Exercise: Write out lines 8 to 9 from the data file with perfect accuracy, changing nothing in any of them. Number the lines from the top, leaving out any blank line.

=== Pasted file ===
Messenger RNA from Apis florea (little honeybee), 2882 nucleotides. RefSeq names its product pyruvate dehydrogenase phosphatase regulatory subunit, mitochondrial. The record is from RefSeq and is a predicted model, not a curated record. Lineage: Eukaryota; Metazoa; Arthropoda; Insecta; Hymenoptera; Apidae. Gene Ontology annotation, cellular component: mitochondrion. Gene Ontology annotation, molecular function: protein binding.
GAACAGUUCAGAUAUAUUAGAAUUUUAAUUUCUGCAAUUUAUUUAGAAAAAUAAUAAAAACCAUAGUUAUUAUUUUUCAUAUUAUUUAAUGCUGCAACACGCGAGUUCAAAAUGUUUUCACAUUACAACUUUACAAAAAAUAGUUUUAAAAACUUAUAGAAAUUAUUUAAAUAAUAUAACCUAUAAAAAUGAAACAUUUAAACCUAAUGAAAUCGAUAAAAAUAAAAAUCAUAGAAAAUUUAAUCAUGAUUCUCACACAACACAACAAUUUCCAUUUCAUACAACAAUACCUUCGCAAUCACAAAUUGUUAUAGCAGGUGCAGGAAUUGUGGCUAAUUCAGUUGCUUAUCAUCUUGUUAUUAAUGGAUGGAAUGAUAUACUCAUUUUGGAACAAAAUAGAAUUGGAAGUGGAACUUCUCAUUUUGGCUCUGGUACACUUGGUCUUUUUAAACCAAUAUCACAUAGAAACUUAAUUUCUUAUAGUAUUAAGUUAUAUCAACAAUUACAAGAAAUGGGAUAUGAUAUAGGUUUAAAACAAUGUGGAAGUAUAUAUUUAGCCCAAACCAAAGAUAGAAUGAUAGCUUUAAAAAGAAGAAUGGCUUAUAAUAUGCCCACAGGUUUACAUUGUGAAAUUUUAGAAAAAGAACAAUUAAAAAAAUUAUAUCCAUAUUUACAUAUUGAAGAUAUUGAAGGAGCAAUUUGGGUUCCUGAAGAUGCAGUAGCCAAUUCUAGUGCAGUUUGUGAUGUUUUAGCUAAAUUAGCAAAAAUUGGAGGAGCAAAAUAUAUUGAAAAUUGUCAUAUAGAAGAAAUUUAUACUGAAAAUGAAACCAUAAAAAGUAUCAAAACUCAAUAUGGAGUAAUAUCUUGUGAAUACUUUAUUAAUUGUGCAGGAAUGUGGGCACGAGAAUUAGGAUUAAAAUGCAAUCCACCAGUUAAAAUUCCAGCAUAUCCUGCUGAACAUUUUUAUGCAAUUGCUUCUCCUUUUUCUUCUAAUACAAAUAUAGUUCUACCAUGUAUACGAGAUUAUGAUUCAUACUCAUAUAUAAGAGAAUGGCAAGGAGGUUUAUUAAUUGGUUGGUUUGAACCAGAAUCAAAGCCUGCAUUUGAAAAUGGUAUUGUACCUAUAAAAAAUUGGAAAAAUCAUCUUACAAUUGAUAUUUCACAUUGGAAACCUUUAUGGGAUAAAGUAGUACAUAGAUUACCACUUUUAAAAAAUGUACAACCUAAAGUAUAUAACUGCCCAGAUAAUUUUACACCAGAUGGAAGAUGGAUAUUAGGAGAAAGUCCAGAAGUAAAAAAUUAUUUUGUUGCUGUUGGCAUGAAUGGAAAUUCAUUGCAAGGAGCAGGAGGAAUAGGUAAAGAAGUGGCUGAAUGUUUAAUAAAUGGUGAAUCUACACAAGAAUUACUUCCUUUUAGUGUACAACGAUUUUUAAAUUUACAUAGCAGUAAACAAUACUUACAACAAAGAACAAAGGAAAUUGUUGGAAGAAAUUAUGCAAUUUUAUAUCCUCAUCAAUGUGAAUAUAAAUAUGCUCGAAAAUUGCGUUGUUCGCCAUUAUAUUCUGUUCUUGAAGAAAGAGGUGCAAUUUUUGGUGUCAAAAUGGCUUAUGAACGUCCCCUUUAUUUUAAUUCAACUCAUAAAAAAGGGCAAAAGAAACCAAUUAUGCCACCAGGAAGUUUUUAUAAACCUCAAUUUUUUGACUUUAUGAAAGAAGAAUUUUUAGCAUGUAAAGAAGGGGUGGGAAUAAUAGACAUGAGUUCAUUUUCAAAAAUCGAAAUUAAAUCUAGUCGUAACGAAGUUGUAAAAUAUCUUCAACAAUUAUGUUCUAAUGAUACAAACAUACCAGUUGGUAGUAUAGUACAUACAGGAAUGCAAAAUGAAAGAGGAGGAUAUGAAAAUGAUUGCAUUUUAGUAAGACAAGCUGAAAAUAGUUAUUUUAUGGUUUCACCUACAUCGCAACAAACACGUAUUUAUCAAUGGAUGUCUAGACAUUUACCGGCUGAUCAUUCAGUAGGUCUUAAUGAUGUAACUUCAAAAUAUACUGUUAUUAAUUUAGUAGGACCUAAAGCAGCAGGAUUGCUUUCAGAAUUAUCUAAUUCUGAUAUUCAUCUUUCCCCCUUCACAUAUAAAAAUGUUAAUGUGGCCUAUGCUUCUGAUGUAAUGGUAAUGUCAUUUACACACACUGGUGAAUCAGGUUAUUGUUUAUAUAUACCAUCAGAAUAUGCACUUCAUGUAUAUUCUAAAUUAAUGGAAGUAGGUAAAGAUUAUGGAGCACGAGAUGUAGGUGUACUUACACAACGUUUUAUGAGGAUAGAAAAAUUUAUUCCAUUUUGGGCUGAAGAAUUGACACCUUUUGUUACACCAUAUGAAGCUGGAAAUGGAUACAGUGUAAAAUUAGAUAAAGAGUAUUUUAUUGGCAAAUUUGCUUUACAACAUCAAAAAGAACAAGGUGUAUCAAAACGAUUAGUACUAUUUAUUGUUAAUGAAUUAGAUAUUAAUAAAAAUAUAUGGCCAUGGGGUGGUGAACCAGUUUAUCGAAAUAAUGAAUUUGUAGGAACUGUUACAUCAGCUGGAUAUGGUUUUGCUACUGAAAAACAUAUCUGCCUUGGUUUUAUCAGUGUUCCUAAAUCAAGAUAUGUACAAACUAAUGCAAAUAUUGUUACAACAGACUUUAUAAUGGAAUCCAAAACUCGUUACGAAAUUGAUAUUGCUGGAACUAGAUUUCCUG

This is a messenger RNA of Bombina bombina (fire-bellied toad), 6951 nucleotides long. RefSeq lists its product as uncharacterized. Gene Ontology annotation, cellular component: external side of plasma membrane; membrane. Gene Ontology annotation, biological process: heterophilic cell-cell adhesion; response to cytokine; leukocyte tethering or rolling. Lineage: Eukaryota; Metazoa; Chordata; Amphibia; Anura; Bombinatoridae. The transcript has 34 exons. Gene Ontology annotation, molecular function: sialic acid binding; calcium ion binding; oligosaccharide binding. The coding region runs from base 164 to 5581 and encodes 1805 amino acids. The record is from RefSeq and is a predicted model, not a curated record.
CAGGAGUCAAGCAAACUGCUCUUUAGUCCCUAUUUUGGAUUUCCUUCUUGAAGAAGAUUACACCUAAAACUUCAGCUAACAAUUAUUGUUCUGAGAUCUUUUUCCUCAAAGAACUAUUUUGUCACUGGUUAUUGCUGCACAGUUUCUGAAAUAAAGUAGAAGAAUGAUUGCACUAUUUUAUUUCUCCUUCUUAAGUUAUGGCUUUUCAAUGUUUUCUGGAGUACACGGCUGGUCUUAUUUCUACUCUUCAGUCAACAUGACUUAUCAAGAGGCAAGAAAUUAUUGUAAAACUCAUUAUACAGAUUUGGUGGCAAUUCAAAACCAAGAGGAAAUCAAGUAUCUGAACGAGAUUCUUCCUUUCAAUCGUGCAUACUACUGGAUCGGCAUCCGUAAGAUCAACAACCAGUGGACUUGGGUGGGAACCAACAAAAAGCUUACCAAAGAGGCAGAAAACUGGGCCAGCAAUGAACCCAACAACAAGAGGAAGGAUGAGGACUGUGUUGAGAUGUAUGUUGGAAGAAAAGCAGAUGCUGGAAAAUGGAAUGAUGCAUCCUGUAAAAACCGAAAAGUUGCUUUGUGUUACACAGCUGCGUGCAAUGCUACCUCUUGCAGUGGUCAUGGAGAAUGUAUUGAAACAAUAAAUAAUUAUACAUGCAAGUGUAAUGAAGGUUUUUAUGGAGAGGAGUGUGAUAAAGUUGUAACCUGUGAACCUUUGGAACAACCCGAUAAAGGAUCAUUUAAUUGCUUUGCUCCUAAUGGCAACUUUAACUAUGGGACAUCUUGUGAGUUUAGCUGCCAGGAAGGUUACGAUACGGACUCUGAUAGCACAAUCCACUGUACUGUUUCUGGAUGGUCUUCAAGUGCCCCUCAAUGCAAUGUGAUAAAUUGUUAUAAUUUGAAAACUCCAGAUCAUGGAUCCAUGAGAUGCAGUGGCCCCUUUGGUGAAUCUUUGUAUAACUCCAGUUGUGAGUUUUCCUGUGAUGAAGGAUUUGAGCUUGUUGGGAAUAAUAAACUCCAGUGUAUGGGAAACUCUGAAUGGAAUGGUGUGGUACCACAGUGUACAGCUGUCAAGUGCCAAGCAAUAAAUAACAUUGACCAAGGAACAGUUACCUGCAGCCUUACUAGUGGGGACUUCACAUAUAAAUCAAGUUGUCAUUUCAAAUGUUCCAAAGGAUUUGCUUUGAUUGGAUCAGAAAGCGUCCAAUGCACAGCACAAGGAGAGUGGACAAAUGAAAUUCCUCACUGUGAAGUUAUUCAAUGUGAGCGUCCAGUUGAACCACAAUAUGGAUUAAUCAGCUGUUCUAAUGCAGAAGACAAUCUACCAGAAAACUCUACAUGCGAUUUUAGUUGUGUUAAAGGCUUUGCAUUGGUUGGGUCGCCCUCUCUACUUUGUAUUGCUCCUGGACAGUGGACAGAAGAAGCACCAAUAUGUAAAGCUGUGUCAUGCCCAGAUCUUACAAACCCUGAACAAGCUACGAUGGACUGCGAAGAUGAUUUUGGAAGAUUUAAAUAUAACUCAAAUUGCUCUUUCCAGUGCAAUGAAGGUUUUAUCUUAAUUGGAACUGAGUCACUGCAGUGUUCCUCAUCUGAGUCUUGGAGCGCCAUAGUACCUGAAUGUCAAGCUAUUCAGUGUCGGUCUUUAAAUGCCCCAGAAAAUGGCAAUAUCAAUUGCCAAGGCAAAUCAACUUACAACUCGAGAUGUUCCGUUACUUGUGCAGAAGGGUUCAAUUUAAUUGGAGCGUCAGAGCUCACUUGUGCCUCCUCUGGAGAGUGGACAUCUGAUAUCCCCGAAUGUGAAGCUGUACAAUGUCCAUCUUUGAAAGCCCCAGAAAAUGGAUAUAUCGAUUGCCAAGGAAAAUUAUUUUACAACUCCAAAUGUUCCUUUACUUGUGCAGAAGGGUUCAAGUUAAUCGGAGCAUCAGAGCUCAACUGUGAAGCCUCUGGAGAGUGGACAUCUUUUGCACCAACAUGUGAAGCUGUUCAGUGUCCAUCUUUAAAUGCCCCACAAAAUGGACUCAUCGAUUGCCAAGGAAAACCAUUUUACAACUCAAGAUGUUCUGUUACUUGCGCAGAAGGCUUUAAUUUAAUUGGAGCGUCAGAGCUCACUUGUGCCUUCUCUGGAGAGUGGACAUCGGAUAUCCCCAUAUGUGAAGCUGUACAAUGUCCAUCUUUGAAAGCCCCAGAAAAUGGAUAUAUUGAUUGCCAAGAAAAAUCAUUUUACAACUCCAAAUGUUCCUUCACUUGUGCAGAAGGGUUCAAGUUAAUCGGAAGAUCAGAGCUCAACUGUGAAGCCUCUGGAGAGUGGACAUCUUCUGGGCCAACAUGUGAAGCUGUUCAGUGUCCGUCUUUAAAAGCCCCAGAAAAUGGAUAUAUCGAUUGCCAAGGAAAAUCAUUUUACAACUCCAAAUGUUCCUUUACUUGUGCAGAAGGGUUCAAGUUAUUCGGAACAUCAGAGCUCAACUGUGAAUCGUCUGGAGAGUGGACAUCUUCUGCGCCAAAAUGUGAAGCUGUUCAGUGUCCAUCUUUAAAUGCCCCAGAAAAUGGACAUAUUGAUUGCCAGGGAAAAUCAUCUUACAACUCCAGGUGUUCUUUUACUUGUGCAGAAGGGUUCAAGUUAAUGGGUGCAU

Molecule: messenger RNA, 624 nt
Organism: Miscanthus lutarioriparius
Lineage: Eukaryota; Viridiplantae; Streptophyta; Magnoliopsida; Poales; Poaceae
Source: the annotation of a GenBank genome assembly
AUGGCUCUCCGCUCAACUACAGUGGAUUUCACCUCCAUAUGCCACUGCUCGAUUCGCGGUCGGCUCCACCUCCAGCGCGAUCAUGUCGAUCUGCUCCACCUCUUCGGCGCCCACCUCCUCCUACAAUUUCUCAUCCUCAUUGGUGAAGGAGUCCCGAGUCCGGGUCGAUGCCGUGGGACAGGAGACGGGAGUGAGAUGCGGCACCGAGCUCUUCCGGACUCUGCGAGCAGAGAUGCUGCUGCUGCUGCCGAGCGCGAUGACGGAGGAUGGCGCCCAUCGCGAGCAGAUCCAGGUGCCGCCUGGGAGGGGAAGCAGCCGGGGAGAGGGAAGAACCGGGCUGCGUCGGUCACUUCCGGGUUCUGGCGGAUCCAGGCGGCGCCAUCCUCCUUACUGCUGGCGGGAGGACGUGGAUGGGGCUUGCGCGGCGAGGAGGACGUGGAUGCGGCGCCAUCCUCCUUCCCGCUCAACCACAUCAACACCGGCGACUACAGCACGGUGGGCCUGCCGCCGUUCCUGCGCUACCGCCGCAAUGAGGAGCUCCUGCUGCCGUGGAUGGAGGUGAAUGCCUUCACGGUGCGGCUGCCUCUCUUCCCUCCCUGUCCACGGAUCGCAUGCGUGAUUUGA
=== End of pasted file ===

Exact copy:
Source: the annotation of a GenBank genome assembly
AUGGCUCUCCGCUCAACUACAGUGGAUUUCACCUCCAUAUGCCACUGCUCGAUUCGCGGUCGGCUCCACCUCCAGCGCGAUCAUGUCGAUCUGCUCCACCUCUUCGGCGCCCACCUCCUCCUACAAUUUCUCAUCCUCAUUGGUGAAGGAGUCCCGAGUCCGGGUCGAUGCCGUGGGACAGGAGACGGGAGUGAGAUGCGGCACCGAGCUCUUCCGGACUCUGCGAGCAGAGAUGCUGCUGCUGCUGCCGAGCGCGAUGACGGAGGAUGGCGCCCAUCGCGAGCAGAUCCAGGUGCCGCCUGGGAGGGGAAGCAGCCGGGGAGAGGGAAGAACCGGGCUGCGUCGGUCACUUCCGGGUUCUGGCGGAUCCAGGCGGCGCCAUCCUCCUUACUGCUGGCGGGAGGACGUGGAUGGGGCUUGCGCGGCGAGGAGGACGUGGAUGCGGCGCCAUCCUCCUUCCCGCUCAACCACAUCAACACCGGCGACUACAGCACGGUGGGCCUGCCGCCGUUCCUGCGCUACCGCCGCAAUGAGGAGCUCCUGCUGCCGUGGAUGGAGGUGAAUGCCUUCACGGUGCGGCUGCCUCUCUUCCCUCCCUGUCCACGGAUCGCAUGCGUGAUUUGA